Randomised controlled trial of two brief interventions against long-term benzodiazepine use: outcome of intervention

@article{Heather2004RandomisedCT,
  title={Randomised controlled trial of two brief interventions against long-term benzodiazepine use: outcome of intervention},
  author={Nick Heather and Alison J. Bowie and Heather Ashton and Brian R. Mcavoy and I Spencer and Jennifer Brodie and David R. Giddings},
  journal={Addiction Research \& Theory},
  year={2004},
  volume={12},
  pages={141 - 154}
}
Previous studies have reported that a letter from the patient's General Practitioner (GP) and a short GP consultation led to reduced intake among long-term benzodiazepine (BZD) users, with no evidence of a deterioration in general or mental health. We aimed to replicate these earlier findings in a single, prospective RCT and compare the effectiveness of the two brief interventions. 273 long-term BZD users (≥6 mos) identified from repeat prescription computer records of 7 general practices were… Expand
Randomised controlled trial of two brief interventions against long-term benzodiazepine use: Cost-effectiveness
TLDR
The letter was the more cost-effective intervention when taking into account changes in health service use and savings to the drugs bill, and Savings to the District Health Authority would be a minimum of £4.9 million per annum. Expand
Predictors of response to brief intervention in general practice against long-term benzodiazepine use
TLDR
Patients receiving prescriptions from their usual GP are more likely to cease or reduce BZD intake than those receiving medications from another medical practitioner, and general medical practitioners should consider recording the patient's stage of change and tailoring their intervention on that basis. Expand
Minimal interventions to decrease long-term use of benzodiazepines in primary care: a systematic review and meta-analysis.
TLDR
A brief intervention in the form of either a letter or a single consultation by GPs, for long-term users of BZD, is an effective and efficient strategy to decrease or stop their medication, without causing adverse consequences. Expand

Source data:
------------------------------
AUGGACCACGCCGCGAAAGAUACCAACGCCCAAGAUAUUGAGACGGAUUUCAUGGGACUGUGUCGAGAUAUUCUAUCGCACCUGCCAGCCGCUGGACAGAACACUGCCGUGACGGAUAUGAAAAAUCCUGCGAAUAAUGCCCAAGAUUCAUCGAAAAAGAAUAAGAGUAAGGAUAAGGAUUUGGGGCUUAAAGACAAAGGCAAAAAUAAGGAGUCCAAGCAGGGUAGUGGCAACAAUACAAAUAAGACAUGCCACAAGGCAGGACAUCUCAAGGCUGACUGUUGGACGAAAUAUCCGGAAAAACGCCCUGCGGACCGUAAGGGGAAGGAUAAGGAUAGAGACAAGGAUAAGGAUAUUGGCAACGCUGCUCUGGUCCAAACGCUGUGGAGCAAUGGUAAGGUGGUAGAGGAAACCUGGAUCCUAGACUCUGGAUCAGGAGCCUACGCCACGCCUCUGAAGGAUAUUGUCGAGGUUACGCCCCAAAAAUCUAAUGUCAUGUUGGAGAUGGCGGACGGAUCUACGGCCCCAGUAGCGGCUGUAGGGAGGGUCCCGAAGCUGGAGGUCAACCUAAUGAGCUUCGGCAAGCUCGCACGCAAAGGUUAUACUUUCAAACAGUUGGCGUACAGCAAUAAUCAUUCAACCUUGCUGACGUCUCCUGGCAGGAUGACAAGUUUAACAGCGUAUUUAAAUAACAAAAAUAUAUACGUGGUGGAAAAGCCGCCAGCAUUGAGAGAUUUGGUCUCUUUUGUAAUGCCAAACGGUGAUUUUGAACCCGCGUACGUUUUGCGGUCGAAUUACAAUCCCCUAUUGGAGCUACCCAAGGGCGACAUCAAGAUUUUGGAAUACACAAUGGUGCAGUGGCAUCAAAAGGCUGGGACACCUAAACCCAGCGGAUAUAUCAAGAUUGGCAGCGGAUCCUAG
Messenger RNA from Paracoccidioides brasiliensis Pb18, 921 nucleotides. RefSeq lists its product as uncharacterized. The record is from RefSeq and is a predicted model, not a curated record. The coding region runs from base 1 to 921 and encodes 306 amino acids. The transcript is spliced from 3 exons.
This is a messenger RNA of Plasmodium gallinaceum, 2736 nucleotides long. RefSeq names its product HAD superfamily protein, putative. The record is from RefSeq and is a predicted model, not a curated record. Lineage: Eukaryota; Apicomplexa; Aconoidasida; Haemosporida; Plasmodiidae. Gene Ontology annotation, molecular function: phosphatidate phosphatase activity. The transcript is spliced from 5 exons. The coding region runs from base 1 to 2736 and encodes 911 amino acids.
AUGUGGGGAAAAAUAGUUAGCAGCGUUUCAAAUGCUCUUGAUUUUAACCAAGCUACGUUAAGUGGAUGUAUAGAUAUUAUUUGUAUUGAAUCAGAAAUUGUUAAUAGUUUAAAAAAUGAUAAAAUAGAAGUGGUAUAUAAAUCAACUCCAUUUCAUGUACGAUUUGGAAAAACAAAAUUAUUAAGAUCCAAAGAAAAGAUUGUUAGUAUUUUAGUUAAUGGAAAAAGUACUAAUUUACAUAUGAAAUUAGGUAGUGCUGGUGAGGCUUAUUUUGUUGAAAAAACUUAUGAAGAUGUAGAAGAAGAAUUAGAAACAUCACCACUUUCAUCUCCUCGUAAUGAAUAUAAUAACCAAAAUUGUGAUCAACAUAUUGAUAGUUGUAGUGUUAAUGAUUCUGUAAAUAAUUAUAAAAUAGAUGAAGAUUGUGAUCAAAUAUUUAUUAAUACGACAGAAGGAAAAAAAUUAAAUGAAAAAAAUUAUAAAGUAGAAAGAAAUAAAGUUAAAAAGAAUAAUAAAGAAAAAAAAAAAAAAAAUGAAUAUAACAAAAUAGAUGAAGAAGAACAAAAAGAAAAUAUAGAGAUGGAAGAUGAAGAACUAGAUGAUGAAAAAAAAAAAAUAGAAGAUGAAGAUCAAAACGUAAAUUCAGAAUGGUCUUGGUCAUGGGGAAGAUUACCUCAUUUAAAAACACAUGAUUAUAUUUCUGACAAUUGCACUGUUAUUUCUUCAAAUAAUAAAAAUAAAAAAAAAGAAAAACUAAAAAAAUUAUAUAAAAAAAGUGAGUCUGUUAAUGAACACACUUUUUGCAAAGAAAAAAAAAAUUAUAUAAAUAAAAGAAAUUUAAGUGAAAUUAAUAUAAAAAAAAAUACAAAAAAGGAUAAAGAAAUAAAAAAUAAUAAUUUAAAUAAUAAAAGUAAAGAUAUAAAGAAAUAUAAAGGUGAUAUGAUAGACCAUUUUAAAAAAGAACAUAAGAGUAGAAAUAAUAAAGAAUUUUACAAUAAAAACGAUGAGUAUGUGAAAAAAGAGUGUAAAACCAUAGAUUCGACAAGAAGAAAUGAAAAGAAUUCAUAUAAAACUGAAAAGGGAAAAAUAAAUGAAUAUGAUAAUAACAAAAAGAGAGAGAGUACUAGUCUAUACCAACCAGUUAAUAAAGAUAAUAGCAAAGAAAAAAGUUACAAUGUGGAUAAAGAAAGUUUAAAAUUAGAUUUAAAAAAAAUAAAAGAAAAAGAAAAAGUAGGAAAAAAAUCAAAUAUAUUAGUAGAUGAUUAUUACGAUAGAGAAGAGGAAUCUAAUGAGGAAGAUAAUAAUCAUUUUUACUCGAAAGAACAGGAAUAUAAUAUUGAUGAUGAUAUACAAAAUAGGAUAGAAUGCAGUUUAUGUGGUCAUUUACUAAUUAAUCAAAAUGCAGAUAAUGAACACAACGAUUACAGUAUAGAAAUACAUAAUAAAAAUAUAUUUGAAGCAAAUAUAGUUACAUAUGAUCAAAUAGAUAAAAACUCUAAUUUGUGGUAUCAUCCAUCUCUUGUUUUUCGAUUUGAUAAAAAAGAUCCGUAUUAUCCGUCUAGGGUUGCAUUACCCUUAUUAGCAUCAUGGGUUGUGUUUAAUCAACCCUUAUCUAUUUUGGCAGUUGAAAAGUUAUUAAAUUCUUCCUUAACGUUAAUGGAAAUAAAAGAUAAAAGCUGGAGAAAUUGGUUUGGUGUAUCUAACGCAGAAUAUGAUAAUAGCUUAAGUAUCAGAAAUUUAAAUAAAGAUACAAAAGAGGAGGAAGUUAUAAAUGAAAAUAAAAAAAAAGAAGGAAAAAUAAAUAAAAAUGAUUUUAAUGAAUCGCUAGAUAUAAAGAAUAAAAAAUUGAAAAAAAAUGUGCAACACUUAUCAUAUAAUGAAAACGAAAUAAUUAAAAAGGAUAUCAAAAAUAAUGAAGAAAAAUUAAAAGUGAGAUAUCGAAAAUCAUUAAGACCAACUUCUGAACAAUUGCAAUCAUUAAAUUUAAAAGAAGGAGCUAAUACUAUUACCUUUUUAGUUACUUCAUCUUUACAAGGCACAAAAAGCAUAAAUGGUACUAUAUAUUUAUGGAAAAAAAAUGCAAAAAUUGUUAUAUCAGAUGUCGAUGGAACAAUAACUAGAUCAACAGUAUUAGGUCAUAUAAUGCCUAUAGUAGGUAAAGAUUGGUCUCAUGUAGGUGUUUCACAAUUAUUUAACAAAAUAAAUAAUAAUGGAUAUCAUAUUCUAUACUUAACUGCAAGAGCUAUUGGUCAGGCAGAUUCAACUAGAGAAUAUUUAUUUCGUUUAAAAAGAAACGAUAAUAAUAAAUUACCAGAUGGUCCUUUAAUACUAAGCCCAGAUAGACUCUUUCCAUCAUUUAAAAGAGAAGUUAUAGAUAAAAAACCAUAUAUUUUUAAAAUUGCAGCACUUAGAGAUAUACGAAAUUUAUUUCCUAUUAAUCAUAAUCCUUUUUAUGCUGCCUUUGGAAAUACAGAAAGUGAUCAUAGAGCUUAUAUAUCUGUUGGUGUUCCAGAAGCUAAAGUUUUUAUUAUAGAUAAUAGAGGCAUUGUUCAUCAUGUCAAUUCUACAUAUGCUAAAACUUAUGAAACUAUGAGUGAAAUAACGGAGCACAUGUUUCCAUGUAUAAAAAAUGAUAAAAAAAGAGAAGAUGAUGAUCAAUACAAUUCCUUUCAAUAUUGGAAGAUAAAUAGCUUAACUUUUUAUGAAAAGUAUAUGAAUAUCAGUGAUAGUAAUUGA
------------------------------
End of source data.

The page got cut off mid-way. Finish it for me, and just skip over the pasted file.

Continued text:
Comparative efficacy of two interventions to discontinue long-term benzodiazepine use: cluster randomised controlled trial in primary care
TLDR
A structured intervention with a written individualised stepped-dose reduction is less time-consuming and as effective in primary care as a more complex intervention involving follow-up visits and led to significant reductions in long-term benzodiazepine use in patients without severe comorbidity. Expand
Efficacy of two interventions on the discontinuation of benzodiazepines in long-term users: 36-month follow-up of a cluster randomised trial in primary care.
  • C. Vicens, E. Sempere, +9 authors A. Leiva
  • Medicine
  • The British journal of general practice : the journal of the Royal College of General Practitioners
  • 2016
TLDR
The interventions were effective on cessation of BZD use; most patients who discontinued at 12 months remained abstinent at 3 years and no significant differences in anxiety, depression, or sleep dissatisfaction were shown. Expand
Randomized controlled trial of a brief intervention for problematic prescription drug use in non-treatment-seeking patients.
TLDR
Brief intervention based on Motivational Interviewing is effective in reducing PD intake in non-treatment-seeking patients. Expand
Brief interventions targeting long‐term benzodiazepine and Z‐drug use in primary care: a systematic review and meta‐analysis
TLDR
Brief interventions delivered in primary care are more effective than usual care in reducing and discontinuing long‐term benzodiazepine/Z‐drug use. Expand
Effectiveness of current treatment approaches for benzodiazepine discontinuation: a meta-analysis.
TLDR
Providing an intervention is more effective than routine care and psychological interventions may improve discontinuation above GDR alone, and while some substitutive pharmacotherapies may have promise, current evidence is insufficient to support their use. Expand